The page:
In Thérèse’s bedroom, on the second floor of the house, one can stand in the spot where a statue of the Blessed Virgin Mary smiled at Thérèse and she experienced a miraculous healing on May 13, 1883.
Thérèse recounted the event in “Story of Soul”: “I turned to my Heavenly Mother, begging her from the bottom of my heart to have pity on me. Suddenly the statue seemed to come to life and grow beautiful, with a divine beauty that I shall never find words to describe. The expression of Our Lady’s face was ineffably sweet, tender, and compassionate, but what touched me to the very depths of my soul was her gracious smile.”
With the grace of the smile from the Blessed Virgin, Thérèse was cured. The white Marian statue currently in Thérèse’s bedroom is a copy of the original, which can be found above the shrine in the Carmelite chapel in Lisieux.
Hanging on the wall in the bedroom is St. Thérèse’s real hair, cut before she entered Carmel.
The dining room contains the original kitchen table and chairs where the Martin family would gather for their daily meals. The clock on the wall is signed “Louis Martin” by Thérèse’s father, who was both a jeweler and a clockmaker.
Sister Veronique’s favorite story from the life of St. Thérèse took place near the fireplace where Thérèse received a “Christmas grace” of complete conversion at the age of 14 in 1886.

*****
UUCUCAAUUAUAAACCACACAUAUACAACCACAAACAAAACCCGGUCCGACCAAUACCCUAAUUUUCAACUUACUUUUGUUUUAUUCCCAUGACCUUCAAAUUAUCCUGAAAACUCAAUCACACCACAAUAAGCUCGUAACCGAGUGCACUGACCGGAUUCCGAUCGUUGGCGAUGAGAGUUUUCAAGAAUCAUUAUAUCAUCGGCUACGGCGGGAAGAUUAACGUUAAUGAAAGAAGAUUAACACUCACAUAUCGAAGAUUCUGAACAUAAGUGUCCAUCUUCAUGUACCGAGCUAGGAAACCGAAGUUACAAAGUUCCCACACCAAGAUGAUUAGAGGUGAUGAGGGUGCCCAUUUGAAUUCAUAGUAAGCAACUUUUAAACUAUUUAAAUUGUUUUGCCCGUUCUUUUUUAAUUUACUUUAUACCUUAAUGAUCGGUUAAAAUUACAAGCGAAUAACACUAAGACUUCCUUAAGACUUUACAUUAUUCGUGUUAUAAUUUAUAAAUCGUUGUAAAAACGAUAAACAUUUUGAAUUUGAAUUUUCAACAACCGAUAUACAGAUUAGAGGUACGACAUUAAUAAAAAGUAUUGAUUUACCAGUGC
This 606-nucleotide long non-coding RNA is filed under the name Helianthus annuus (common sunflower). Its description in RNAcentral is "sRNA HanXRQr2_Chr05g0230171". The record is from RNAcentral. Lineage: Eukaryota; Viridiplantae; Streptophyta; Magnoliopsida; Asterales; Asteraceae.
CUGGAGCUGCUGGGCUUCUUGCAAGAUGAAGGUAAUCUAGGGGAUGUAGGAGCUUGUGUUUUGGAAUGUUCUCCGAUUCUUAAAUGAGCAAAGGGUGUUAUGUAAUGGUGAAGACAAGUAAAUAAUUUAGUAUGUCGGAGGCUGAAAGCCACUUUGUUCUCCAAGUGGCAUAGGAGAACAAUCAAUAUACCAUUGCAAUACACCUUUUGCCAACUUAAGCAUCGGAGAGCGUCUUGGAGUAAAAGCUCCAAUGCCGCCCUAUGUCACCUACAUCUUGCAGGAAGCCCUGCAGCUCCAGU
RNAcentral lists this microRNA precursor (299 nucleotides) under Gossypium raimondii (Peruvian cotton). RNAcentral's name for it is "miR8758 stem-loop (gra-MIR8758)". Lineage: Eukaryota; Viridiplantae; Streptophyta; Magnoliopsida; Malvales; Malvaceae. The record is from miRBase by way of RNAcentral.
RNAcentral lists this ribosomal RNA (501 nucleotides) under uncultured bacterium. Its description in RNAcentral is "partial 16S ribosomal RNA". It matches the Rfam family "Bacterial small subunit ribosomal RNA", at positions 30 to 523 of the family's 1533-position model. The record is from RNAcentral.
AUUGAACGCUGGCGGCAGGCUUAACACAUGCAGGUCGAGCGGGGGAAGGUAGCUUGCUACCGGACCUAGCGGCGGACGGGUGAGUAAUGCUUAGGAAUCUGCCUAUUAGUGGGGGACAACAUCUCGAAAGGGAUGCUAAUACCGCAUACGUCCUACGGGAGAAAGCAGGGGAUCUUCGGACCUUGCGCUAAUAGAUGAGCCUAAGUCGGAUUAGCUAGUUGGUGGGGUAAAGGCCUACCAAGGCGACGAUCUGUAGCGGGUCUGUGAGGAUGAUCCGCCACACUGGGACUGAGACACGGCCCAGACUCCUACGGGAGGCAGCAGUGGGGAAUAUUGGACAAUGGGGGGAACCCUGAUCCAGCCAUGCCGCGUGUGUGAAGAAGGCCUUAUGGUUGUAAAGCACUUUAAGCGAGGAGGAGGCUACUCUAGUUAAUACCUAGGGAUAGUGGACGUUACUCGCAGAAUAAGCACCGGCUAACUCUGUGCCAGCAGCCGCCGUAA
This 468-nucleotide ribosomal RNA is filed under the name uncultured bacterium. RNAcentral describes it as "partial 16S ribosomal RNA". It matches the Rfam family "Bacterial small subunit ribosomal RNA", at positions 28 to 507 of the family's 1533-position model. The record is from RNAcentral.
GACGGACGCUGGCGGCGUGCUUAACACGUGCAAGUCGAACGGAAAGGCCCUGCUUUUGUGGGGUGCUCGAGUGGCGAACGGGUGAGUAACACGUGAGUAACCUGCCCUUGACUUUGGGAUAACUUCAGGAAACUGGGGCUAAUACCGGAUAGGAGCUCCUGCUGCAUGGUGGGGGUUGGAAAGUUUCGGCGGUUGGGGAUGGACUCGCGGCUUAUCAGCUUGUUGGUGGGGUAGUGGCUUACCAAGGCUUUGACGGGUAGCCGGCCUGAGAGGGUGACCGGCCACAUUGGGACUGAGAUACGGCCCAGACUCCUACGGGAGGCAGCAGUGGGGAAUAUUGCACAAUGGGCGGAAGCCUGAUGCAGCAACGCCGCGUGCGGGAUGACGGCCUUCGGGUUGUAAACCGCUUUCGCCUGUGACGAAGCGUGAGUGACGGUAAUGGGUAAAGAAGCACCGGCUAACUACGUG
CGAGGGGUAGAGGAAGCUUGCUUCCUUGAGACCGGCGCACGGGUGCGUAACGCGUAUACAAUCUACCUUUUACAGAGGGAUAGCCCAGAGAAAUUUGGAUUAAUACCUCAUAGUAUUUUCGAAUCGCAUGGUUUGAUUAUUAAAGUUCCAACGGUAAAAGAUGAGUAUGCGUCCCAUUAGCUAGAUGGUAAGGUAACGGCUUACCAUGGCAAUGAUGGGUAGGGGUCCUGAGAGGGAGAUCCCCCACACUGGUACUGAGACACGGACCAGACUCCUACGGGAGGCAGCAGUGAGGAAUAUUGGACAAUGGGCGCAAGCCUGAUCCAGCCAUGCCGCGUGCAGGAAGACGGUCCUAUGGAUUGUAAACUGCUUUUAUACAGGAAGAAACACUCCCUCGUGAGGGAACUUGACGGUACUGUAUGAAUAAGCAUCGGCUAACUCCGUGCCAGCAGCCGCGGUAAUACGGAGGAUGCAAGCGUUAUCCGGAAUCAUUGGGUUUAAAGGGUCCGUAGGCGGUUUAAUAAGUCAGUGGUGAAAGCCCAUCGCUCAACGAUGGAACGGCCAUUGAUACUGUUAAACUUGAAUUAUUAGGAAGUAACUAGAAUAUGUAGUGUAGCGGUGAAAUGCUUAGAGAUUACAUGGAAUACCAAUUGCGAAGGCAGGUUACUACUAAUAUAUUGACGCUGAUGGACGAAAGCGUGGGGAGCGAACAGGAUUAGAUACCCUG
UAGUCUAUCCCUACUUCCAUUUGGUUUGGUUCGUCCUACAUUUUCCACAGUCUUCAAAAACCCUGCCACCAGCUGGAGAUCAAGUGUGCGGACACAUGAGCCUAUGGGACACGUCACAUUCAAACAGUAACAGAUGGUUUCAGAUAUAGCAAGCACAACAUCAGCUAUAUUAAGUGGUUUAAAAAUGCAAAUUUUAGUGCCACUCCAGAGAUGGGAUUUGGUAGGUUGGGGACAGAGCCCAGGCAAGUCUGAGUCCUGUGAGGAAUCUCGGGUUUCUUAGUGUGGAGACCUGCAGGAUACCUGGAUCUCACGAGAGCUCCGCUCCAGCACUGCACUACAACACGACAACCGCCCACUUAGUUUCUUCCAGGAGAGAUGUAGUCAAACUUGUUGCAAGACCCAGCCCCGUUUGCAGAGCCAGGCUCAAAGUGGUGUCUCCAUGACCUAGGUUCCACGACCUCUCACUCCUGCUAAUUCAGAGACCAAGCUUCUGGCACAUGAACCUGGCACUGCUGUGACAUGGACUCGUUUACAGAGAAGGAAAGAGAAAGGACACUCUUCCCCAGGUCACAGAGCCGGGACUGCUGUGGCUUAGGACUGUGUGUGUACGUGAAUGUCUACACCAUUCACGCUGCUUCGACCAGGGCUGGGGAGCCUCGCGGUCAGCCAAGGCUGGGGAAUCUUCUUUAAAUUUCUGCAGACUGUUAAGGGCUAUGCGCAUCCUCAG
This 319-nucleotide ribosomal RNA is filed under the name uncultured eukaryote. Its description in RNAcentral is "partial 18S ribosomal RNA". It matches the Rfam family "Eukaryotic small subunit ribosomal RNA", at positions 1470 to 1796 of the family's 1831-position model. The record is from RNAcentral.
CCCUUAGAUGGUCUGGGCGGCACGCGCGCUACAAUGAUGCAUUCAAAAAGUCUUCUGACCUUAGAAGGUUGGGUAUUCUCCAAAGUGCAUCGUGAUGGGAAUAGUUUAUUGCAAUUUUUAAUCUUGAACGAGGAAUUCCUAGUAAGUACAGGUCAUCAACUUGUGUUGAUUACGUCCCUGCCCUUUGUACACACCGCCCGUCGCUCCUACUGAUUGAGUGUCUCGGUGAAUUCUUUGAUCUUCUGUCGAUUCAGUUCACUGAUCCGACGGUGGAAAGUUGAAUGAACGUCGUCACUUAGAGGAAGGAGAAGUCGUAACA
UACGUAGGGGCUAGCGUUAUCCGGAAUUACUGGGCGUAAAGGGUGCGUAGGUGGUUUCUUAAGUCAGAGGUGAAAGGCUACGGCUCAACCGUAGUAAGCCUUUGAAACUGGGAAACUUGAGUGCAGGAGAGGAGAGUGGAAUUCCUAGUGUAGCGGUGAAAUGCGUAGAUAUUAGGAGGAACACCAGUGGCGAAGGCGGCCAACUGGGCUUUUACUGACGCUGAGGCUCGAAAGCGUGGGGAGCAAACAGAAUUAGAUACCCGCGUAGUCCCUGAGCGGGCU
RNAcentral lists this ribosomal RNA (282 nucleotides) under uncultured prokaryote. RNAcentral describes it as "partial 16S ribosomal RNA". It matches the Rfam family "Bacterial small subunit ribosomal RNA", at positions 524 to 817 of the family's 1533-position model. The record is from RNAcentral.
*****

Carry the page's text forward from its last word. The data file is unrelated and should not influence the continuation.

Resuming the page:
The Little Flower wrote: “I knew that when we reached home after Midnight Mass I should find my shoes in the chimney-corner, filled with presents, just as when I was a little child, which proves that my sisters still treated me as a baby.”
However, Thérèse overheard her father complaining that she was too old to behave like such a little child. Though greatly upset, she did not cry, as she would have before.
“Choking back my tears, I ran down to the dining-room, and, though my heart beat fast, I picked up my shoes, and gaily pulled out all the things, looking as happy as a queen.”
Thérèse pinpointed this moment as the time that she “regained, once for all, the strength of mind which she had lost at the age of four and a half.”
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Less than two years later, Thérèse left the childhood home where she had spent 11 years of her life and entered the Carmel, where she remained until her death from tuberculosis at 24 years of age on Sept. 30, 1897. Her house has been a place of pilgrimage since 1913.
“My mission — to make God loved — will begin after my death,” she said before she died. “I will spend my heaven doing good on earth. I will let fall a shower of roses.”
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